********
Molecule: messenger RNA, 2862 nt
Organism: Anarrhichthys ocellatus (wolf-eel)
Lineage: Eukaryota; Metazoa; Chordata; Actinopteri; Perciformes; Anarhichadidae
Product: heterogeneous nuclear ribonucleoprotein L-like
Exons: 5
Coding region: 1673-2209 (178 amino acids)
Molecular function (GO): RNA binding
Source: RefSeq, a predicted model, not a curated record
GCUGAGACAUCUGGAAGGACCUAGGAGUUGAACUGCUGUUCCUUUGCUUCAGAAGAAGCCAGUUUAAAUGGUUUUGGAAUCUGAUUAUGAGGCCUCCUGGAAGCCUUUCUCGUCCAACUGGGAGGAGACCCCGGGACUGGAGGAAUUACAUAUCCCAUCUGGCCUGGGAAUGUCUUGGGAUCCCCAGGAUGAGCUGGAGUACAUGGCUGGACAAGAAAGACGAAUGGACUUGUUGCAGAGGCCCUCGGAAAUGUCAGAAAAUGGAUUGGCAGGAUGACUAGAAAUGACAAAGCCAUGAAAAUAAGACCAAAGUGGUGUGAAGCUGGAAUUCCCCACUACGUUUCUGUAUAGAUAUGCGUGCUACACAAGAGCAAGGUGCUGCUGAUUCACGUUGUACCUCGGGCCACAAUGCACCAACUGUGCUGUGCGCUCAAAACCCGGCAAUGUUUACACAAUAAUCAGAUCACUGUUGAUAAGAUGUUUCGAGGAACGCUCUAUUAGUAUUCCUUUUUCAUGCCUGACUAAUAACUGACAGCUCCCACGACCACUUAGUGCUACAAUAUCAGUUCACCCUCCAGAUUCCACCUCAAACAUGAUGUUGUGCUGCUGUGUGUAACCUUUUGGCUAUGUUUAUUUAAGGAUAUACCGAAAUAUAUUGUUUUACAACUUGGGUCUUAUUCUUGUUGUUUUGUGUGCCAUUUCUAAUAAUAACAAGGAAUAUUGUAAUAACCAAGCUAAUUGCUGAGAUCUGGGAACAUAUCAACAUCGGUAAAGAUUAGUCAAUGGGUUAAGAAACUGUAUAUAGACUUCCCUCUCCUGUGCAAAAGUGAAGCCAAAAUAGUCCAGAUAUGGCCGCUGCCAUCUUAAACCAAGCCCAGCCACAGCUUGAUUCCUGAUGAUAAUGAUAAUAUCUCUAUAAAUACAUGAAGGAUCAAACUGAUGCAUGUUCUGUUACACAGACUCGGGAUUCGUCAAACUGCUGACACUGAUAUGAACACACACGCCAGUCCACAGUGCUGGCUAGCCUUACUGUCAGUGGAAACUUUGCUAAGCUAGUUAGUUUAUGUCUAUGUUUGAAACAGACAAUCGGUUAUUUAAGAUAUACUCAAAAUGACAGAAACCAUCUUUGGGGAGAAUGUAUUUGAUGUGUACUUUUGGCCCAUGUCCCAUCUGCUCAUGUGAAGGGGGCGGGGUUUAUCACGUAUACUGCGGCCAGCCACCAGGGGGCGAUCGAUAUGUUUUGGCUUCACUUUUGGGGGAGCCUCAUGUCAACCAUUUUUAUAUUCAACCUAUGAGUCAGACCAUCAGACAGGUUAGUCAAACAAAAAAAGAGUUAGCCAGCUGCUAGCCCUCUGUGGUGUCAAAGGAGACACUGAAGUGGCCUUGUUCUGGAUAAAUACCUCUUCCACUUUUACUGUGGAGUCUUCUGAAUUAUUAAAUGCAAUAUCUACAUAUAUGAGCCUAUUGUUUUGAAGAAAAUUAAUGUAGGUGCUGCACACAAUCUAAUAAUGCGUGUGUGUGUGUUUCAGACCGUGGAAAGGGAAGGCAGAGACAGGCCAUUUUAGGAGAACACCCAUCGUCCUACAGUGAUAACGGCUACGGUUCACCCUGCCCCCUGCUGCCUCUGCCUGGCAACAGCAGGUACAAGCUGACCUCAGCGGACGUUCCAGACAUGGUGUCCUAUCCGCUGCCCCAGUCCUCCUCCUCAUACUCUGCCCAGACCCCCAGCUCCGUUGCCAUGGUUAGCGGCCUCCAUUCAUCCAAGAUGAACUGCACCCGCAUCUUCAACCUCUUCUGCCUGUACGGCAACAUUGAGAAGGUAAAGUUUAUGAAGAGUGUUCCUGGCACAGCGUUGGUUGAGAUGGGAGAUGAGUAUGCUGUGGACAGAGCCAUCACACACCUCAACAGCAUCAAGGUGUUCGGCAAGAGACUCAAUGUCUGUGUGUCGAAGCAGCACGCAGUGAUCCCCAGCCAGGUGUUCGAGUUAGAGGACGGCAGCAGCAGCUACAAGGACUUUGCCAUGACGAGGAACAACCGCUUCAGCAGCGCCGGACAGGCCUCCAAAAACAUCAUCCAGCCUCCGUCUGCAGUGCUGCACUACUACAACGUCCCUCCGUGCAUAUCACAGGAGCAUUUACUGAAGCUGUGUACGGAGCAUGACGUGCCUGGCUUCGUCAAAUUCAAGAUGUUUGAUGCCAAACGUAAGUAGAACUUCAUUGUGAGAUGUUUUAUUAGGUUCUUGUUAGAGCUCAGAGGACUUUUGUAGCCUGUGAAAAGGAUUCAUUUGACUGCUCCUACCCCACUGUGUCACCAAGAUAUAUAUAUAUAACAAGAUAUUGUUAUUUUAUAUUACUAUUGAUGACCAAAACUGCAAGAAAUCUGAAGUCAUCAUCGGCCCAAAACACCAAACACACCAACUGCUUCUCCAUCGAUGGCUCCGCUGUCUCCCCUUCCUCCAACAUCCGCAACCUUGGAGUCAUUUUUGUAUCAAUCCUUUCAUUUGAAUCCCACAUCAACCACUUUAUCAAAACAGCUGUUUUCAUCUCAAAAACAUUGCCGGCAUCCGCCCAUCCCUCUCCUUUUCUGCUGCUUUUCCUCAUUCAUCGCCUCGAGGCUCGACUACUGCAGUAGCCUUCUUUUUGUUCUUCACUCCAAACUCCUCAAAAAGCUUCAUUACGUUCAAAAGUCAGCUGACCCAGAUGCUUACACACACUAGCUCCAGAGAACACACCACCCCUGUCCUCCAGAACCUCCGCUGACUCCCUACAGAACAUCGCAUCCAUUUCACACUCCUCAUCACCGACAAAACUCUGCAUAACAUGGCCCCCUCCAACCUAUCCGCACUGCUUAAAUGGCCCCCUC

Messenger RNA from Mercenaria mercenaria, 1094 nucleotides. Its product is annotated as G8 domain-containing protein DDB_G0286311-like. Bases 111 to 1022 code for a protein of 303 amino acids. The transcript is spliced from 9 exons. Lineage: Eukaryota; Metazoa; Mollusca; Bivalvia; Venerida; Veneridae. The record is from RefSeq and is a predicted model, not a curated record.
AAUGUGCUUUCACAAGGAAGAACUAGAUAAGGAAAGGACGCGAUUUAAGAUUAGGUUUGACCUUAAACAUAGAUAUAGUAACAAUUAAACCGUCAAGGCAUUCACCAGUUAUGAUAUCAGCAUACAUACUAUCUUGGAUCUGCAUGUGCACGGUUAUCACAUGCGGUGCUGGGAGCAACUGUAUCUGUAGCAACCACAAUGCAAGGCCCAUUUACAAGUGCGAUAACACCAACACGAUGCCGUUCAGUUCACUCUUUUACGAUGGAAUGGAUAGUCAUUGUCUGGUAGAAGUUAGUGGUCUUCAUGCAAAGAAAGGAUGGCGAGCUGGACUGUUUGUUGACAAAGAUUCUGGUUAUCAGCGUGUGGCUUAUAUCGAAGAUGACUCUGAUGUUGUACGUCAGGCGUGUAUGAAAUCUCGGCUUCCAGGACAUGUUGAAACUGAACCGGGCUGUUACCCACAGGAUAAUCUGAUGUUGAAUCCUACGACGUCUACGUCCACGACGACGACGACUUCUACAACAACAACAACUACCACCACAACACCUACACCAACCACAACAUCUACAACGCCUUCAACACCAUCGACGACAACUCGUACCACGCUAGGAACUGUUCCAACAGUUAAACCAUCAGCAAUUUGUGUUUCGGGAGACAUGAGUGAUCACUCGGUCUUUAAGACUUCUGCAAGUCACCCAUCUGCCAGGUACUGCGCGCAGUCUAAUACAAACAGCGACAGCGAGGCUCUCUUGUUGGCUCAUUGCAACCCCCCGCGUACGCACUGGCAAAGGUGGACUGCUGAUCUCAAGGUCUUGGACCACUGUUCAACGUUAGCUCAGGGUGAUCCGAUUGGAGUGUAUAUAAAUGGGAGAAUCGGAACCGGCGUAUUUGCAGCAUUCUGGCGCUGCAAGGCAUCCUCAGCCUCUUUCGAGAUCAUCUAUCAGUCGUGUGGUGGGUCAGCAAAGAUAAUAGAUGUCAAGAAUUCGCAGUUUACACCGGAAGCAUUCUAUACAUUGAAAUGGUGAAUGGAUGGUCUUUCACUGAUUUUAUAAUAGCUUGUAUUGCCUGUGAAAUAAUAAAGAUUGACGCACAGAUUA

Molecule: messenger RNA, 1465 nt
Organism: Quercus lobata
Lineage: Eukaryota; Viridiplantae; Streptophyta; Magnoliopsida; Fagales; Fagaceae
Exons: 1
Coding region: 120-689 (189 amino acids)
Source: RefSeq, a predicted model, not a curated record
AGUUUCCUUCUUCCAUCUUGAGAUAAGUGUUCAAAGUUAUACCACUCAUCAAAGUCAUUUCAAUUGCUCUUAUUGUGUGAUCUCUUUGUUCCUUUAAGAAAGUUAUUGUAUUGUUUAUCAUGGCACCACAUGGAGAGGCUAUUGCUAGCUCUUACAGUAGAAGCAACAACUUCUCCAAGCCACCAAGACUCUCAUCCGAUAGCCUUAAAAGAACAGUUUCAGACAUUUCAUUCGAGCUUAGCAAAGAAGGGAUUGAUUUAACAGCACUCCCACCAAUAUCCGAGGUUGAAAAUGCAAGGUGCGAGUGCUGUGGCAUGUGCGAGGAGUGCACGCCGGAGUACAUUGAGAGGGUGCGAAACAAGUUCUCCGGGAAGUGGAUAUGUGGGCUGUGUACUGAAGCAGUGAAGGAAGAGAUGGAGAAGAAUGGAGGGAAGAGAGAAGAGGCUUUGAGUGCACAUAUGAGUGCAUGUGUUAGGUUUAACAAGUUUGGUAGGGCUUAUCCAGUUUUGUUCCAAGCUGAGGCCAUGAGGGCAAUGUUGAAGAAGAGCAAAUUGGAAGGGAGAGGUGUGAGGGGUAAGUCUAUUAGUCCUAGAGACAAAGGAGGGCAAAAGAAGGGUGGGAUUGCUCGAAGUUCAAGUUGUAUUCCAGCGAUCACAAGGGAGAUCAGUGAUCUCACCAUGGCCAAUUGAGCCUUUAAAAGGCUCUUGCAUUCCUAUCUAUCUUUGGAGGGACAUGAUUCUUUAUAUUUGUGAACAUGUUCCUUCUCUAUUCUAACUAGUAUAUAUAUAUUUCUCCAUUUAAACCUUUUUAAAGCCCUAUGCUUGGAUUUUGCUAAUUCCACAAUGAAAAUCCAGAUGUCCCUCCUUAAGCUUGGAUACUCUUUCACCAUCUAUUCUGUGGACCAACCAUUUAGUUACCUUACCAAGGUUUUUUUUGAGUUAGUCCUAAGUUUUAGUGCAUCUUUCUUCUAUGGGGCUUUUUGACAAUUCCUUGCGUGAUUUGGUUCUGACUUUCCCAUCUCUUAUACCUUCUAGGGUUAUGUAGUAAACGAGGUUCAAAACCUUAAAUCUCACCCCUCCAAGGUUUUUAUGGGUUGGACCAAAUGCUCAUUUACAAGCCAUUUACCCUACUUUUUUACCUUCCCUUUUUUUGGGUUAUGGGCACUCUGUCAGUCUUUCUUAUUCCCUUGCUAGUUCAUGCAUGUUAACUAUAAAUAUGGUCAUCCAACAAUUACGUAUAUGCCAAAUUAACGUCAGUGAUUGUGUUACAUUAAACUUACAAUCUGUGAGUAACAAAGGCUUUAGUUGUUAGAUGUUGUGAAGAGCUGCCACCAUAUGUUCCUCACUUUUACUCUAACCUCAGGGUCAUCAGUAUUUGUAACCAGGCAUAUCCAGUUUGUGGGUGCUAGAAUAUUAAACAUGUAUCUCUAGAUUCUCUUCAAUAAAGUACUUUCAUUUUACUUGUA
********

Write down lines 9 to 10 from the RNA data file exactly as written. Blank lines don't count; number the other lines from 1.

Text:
GCUGAGACAUCUGGAAGGACCUAGGAGUUGAACUGCUGUUCCUUUGCUUCAGAAGAAGCCAGUUUAAAUGGUUUUGGAAUCUGAUUAUGAGGCCUCCUGGAAGCCUUUCUCGUCCAACUGGGAGGAGACCCCGGGACUGGAGGAAUUACAUAUCCCAUCUGGCCUGGGAAUGUCUUGGGAUCCCCAGGAUGAGCUGGAGUACAUGGCUGGACAAGAAAGACGAAUGGACUUGUUGCAGAGGCCCUCGGAAAUGUCAGAAAAUGGAUUGGCAGGAUGACUAGAAAUGACAAAGCCAUGAAAAUAAGACCAAAGUGGUGUGAAGCUGGAAUUCCCCACUACGUUUCUGUAUAGAUAUGCGUGCUACACAAGAGCAAGGUGCUGCUGAUUCACGUUGUACCUCGGGCCACAAUGCACCAACUGUGCUGUGCGCUCAAAACCCGGCAAUGUUUACACAAUAAUCAGAUCACUGUUGAUAAGAUGUUUCGAGGAACGCUCUAUUAGUAUUCCUUUUUCAUGCCUGACUAAUAACUGACAGCUCCCACGACCACUUAGUGCUACAAUAUCAGUUCACCCUCCAGAUUCCACCUCAAACAUGAUGUUGUGCUGCUGUGUGUAACCUUUUGGCUAUGUUUAUUUAAGGAUAUACCGAAAUAUAUUGUUUUACAACUUGGGUCUUAUUCUUGUUGUUUUGUGUGCCAUUUCUAAUAAUAACAAGGAAUAUUGUAAUAACCAAGCUAAUUGCUGAGAUCUGGGAACAUAUCAACAUCGGUAAAGAUUAGUCAAUGGGUUAAGAAACUGUAUAUAGACUUCCCUCUCCUGUGCAAAAGUGAAGCCAAAAUAGUCCAGAUAUGGCCGCUGCCAUCUUAAACCAAGCCCAGCCACAGCUUGAUUCCUGAUGAUAAUGAUAAUAUCUCUAUAAAUACAUGAAGGAUCAAACUGAUGCAUGUUCUGUUACACAGACUCGGGAUUCGUCAAACUGCUGACACUGAUAUGAACACACACGCCAGUCCACAGUGCUGGCUAGCCUUACUGUCAGUGGAAACUUUGCUAAGCUAGUUAGUUUAUGUCUAUGUUUGAAACAGACAAUCGGUUAUUUAAGAUAUACUCAAAAUGACAGAAACCAUCUUUGGGGAGAAUGUAUUUGAUGUGUACUUUUGGCCCAUGUCCCAUCUGCUCAUGUGAAGGGGGCGGGGUUUAUCACGUAUACUGCGGCCAGCCACCAGGGGGCGAUCGAUAUGUUUUGGCUUCACUUUUGGGGGAGCCUCAUGUCAACCAUUUUUAUAUUCAACCUAUGAGUCAGACCAUCAGACAGGUUAGUCAAACAAAAAAAGAGUUAGCCAGCUGCUAGCCCUCUGUGGUGUCAAAGGAGACACUGAAGUGGCCUUGUUCUGGAUAAAUACCUCUUCCACUUUUACUGUGGAGUCUUCUGAAUUAUUAAAUGCAAUAUCUACAUAUAUGAGCCUAUUGUUUUGAAGAAAAUUAAUGUAGGUGCUGCACACAAUCUAAUAAUGCGUGUGUGUGUGUUUCAGACCGUGGAAAGGGAAGGCAGAGACAGGCCAUUUUAGGAGAACACCCAUCGUCCUACAGUGAUAACGGCUACGGUUCACCCUGCCCCCUGCUGCCUCUGCCUGGCAACAGCAGGUACAAGCUGACCUCAGCGGACGUUCCAGACAUGGUGUCCUAUCCGCUGCCCCAGUCCUCCUCCUCAUACUCUGCCCAGACCCCCAGCUCCGUUGCCAUGGUUAGCGGCCUCCAUUCAUCCAAGAUGAACUGCACCCGCAUCUUCAACCUCUUCUGCCUGUACGGCAACAUUGAGAAGGUAAAGUUUAUGAAGAGUGUUCCUGGCACAGCGUUGGUUGAGAUGGGAGAUGAGUAUGCUGUGGACAGAGCCAUCACACACCUCAACAGCAUCAAGGUGUUCGGCAAGAGACUCAAUGUCUGUGUGUCGAAGCAGCACGCAGUGAUCCCCAGCCAGGUGUUCGAGUUAGAGGACGGCAGCAGCAGCUACAAGGACUUUGCCAUGACGAGGAACAACCGCUUCAGCAGCGCCGGACAGGCCUCCAAAAACAUCAUCCAGCCUCCGUCUGCAGUGCUGCACUACUACAACGUCCCUCCGUGCAUAUCACAGGAGCAUUUACUGAAGCUGUGUACGGAGCAUGACGUGCCUGGCUUCGUCAAAUUCAAGAUGUUUGAUGCCAAACGUAAGUAGAACUUCAUUGUGAGAUGUUUUAUUAGGUUCUUGUUAGAGCUCAGAGGACUUUUGUAGCCUGUGAAAAGGAUUCAUUUGACUGCUCCUACCCCACUGUGUCACCAAGAUAUAUAUAUAUAACAAGAUAUUGUUAUUUUAUAUUACUAUUGAUGACCAAAACUGCAAGAAAUCUGAAGUCAUCAUCGGCCCAAAACACCAAACACACCAACUGCUUCUCCAUCGAUGGCUCCGCUGUCUCCCCUUCCUCCAACAUCCGCAACCUUGGAGUCAUUUUUGUAUCAAUCCUUUCAUUUGAAUCCCACAUCAACCACUUUAUCAAAACAGCUGUUUUCAUCUCAAAAACAUUGCCGGCAUCCGCCCAUCCCUCUCCUUUUCUGCUGCUUUUCCUCAUUCAUCGCCUCGAGGCUCGACUACUGCAGUAGCCUUCUUUUUGUUCUUCACUCCAAACUCCUCAAAAAGCUUCAUUACGUUCAAAAGUCAGCUGACCCAGAUGCUUACACACACUAGCUCCAGAGAACACACCACCCCUGUCCUCCAGAACCUCCGCUGACUCCCUACAGAACAUCGCAUCCAUUUCACACUCCUCAUCACCGACAAAACUCUGCAUAACAUGGCCCCCUCCAACCUAUCCGCACUGCUUAAAUGGCCCCCUC

Messenger RNA from Mercenaria mercenaria, 1094 nucleotides. Its product is annotated as G8 domain-containing protein DDB_G0286311-like. Bases 111 to 1022 code for a protein of 303 amino acids. The transcript is spliced from 9 exons. Lineage: Eukaryota; Metazoa; Mollusca; Bivalvia; Venerida; Veneridae. The record is from RefSeq and is a predicted model, not a curated record.